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The Old State House

Arkansas Governors who Served at the Old State House:

  • James Sevier Conway (1836-1840)
  • Archibald Yell (1840-1844)
  • Thomas Stevenson Drew (1844-1849)
  • John Selden Roane (1849-1852)
  • Elias Nelson Conway (1852-1860)
  • Henry Massie Rector (1860-1862)
  • Harris Flanagin (1862-1864)
  • Isaac Murphy (1864-1868)
  • Powell Clayton (1868-1871)
  • Elisha Baxte (1872-1874)
  • Augustus Hill Garland (1874-1877)
  • William Read Miller (1877-1881)
  • Thomas James Churchill (1881-1883)
  • James Henderson Berry (1883-1885)
  • Simon P. Hughes (1885-1889)
  • James Phillip Eagle (1889-1893)
  • William Meade Fishback (1893-1895)
  • James Paul Clarke (1895-1897)
  • Daniel Webster Jones (1897-1901)
  • Jefferson Davis (1901-1907)
  • Governor Powell Clayton (1868-1871)
    Governor, Powell Clayton

    Arkansas's first Governor, James Conway (1836-1840)
    Governor, James Conway

    The Wilson-Anthony Fight

        In 1836, Speaker of the House John Wilson killed Rep. Joseph Anthony in the original House of Representatives Chamber of the Old State House. The incident happened during a special session that was called to take action on, among other things, a bitterly disputed banking issue -- a matter on which Wilson and Anthony disagreed.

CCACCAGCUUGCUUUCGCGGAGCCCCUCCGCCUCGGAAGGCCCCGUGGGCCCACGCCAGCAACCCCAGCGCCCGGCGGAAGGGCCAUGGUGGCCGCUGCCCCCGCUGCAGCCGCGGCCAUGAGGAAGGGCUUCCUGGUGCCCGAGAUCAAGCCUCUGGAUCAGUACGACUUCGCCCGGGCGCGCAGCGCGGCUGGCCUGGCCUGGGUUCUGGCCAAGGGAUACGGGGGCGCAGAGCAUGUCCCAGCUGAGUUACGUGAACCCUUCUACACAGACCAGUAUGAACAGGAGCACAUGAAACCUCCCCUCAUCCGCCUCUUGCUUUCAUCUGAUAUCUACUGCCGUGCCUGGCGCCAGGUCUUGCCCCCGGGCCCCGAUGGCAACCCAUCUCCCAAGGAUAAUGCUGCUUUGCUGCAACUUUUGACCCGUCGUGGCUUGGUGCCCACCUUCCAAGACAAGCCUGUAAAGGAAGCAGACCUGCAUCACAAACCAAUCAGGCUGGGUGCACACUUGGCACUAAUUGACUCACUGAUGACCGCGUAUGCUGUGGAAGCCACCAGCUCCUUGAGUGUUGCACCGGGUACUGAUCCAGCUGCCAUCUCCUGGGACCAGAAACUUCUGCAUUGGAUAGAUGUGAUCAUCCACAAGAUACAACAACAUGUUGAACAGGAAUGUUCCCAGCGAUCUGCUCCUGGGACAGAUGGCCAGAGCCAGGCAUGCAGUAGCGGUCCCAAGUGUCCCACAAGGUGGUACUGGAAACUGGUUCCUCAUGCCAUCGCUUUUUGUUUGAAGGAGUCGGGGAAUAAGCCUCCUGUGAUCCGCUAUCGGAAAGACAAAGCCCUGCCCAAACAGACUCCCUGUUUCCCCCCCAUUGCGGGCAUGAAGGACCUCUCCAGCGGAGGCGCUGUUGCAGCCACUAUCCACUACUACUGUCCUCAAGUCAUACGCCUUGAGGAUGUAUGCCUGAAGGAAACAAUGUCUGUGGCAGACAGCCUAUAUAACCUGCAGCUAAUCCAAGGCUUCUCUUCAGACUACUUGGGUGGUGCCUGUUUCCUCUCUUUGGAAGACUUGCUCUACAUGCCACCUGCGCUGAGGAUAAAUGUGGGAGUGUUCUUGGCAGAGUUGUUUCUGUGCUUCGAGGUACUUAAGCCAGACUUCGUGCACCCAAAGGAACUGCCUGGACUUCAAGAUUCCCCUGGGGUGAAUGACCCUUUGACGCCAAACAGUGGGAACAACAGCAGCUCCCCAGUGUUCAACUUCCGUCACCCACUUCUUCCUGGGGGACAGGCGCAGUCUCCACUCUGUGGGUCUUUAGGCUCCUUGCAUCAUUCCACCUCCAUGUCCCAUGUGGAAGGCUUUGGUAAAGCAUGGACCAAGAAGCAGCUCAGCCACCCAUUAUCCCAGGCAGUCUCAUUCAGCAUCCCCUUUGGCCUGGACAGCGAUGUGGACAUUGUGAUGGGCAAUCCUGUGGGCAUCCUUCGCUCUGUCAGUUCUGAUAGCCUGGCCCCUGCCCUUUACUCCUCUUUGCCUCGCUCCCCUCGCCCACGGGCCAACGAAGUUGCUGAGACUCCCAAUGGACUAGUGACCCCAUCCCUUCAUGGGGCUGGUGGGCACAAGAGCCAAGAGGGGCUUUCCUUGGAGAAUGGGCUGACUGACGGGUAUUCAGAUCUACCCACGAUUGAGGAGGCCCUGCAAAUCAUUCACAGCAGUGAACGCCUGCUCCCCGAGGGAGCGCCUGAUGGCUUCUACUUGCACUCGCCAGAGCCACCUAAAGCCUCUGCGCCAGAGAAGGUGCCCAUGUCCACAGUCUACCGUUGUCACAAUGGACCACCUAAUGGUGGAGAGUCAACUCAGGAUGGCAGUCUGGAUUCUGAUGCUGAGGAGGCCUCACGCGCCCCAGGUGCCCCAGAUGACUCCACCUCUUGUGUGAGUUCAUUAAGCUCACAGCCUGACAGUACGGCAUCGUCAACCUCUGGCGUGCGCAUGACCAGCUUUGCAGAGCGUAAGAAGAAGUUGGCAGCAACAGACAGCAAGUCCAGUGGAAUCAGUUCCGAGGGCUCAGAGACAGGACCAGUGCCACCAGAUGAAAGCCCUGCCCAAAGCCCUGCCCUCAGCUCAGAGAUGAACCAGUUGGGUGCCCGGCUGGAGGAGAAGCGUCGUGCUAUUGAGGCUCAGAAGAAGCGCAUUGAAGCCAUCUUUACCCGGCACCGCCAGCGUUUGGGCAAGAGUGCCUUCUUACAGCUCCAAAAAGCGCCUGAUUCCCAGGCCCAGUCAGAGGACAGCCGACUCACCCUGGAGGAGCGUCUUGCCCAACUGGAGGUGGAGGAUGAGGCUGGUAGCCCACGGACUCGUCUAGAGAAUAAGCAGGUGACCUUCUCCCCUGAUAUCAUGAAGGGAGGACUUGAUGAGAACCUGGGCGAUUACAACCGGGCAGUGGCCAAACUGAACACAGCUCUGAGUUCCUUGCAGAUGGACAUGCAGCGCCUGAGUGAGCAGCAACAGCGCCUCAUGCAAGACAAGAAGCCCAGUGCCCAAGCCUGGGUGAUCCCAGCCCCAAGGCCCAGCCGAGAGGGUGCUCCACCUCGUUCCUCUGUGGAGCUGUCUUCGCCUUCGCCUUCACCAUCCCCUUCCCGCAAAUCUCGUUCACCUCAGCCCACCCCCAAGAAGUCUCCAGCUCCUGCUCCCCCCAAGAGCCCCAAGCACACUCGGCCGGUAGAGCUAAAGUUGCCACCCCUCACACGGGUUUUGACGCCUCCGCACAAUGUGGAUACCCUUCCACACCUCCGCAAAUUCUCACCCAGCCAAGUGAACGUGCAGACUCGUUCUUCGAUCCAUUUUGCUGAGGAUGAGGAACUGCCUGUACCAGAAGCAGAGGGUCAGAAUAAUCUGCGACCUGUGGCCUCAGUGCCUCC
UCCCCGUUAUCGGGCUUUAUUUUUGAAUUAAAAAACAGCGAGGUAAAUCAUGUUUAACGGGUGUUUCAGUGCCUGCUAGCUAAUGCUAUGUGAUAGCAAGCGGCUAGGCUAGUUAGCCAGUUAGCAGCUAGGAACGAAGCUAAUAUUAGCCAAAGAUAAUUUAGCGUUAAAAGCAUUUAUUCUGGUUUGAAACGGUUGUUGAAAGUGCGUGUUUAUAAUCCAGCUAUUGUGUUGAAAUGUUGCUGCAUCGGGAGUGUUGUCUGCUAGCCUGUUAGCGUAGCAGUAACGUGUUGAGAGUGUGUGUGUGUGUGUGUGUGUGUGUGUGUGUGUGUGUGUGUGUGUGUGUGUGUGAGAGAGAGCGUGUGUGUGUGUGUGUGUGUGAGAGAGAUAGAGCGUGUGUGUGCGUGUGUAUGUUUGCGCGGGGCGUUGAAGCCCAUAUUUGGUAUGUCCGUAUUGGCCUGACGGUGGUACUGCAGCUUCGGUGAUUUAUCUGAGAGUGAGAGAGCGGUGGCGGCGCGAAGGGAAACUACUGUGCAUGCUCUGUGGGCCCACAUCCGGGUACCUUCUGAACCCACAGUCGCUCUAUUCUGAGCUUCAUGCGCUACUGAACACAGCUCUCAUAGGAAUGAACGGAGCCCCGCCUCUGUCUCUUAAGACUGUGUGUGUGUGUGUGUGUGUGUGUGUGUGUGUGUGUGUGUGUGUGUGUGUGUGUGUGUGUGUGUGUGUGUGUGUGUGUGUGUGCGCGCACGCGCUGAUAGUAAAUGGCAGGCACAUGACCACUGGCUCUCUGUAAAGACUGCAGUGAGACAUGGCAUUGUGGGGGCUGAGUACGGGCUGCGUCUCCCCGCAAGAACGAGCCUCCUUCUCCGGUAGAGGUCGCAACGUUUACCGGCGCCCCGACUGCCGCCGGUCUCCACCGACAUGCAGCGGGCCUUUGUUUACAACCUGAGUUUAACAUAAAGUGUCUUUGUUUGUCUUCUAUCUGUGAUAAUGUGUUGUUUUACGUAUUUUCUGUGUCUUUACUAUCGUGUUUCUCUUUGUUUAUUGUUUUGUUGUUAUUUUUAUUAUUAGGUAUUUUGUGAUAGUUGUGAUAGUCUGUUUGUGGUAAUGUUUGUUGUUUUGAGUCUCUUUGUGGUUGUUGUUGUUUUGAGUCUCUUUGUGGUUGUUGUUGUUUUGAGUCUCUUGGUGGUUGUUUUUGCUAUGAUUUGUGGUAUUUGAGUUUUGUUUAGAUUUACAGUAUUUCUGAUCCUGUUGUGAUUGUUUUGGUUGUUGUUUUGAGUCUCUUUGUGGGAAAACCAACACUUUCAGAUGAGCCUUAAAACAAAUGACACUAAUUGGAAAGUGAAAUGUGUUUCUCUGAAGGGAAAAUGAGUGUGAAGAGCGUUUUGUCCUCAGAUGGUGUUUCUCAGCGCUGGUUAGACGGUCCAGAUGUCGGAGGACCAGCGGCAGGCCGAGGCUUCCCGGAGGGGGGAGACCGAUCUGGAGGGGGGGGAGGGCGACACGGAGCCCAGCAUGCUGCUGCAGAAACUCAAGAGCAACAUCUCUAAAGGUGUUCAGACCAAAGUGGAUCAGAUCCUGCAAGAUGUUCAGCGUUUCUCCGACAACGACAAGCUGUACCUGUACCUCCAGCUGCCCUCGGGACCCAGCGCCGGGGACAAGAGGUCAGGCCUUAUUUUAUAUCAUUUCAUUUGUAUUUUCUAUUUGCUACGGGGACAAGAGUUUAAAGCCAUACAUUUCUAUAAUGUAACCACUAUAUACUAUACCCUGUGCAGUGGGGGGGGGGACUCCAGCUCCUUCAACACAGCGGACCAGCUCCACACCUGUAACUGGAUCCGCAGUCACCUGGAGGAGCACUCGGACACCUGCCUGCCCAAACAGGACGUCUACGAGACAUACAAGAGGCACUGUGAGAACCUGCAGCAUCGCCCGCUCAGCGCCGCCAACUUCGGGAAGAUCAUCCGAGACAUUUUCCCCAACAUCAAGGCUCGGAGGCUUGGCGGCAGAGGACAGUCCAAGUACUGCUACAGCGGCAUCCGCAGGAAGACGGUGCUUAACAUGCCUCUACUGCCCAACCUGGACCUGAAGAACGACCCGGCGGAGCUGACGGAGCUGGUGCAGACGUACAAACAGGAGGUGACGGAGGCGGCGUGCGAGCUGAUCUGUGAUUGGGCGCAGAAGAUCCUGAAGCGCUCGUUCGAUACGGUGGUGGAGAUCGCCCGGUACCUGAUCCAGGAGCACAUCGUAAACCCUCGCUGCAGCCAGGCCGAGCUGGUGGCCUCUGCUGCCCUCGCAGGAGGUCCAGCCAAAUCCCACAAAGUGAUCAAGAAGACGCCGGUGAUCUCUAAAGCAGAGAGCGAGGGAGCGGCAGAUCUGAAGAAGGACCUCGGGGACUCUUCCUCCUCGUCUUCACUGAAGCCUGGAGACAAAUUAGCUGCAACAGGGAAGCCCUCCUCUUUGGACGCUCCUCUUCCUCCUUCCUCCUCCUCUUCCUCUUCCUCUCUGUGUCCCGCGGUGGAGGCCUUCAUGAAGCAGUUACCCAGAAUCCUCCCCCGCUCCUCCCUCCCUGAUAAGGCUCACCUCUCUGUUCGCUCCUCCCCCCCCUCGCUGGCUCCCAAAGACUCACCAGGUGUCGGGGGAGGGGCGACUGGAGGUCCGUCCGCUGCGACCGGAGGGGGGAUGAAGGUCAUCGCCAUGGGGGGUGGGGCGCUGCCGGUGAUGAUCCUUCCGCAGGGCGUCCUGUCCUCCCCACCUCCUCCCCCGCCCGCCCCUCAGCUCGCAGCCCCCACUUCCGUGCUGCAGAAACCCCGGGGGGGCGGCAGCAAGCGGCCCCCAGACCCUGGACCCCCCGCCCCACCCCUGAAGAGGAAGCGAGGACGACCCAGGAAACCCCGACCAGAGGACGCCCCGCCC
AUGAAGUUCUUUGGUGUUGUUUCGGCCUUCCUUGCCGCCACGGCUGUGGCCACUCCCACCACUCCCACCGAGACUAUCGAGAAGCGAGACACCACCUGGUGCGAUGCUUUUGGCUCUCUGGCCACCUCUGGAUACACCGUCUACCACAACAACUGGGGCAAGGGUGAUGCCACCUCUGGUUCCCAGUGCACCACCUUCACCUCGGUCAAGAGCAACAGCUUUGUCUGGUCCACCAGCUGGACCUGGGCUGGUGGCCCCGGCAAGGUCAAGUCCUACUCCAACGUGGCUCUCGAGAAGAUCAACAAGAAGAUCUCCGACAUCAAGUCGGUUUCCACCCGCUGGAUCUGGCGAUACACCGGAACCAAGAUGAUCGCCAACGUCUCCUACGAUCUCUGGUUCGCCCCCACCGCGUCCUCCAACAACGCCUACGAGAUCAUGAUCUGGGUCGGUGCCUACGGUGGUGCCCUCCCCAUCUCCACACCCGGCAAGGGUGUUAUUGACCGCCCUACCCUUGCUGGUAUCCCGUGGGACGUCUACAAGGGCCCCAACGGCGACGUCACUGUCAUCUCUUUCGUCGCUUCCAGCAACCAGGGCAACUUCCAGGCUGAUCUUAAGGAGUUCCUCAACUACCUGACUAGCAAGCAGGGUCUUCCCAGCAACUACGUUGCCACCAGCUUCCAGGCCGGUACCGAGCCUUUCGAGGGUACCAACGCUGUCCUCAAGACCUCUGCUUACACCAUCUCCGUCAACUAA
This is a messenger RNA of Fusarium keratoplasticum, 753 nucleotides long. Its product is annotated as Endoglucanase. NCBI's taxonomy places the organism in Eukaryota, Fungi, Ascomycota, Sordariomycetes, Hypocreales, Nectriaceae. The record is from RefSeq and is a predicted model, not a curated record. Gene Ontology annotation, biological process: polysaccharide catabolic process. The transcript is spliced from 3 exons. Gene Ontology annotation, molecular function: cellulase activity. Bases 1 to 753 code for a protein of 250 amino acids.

After the banking issue was debated, a member introduced an amendment that proposed accepting wolf pelts as payment for county taxes. Wilson and Anthony disagreed on this issue as well. Offended by a remark made by Anthony, speaker Wilson ruled him out of order and commanded him to sit down. However, Anthony refused to be seated and a knife fight between the two men started, resulting in Anthony's death. Stunned by the killing, the representatives left the hall and assembled in the Senate Chamber to appoint a committee to arrange for Anthony's burial. Wilson was expelled from office and indicted for murder, but was later acquitted on the grounds of "excusable homicide."

    The Brooks-Baxter Affair

        The "Brooks-Baxter Affair" holds an important place in the history of the Old State House. In 1872, Elisha Baxter was declared governor following a disputed election in which fraud and corruption abounded. Joseph Brooks, Skirmish during Brooks-Baxter AffairBaxter's opponent, protested the decision, saying that he had been cheated out of the governorship. Seventeen months later, in April 1874, Brooks and his followers went to the Old State House and forced Baxter out of the governor's office. For approximately one month they occupied the capitol grounds. Baxter and his supporters soon established their headquarters down the street, and minor skirmishes between the two groups occurred. Finally, President U.S. Grant intervened and declared Baxter as the rightful governor. The rare Civil War naval cannon now on the museum's lawn was fired in celebration of Baxter's return to office, and since that time has been nicknamed "Lady Baxter." For additional information, please contact the Old State House Museum at 501-324-9685.

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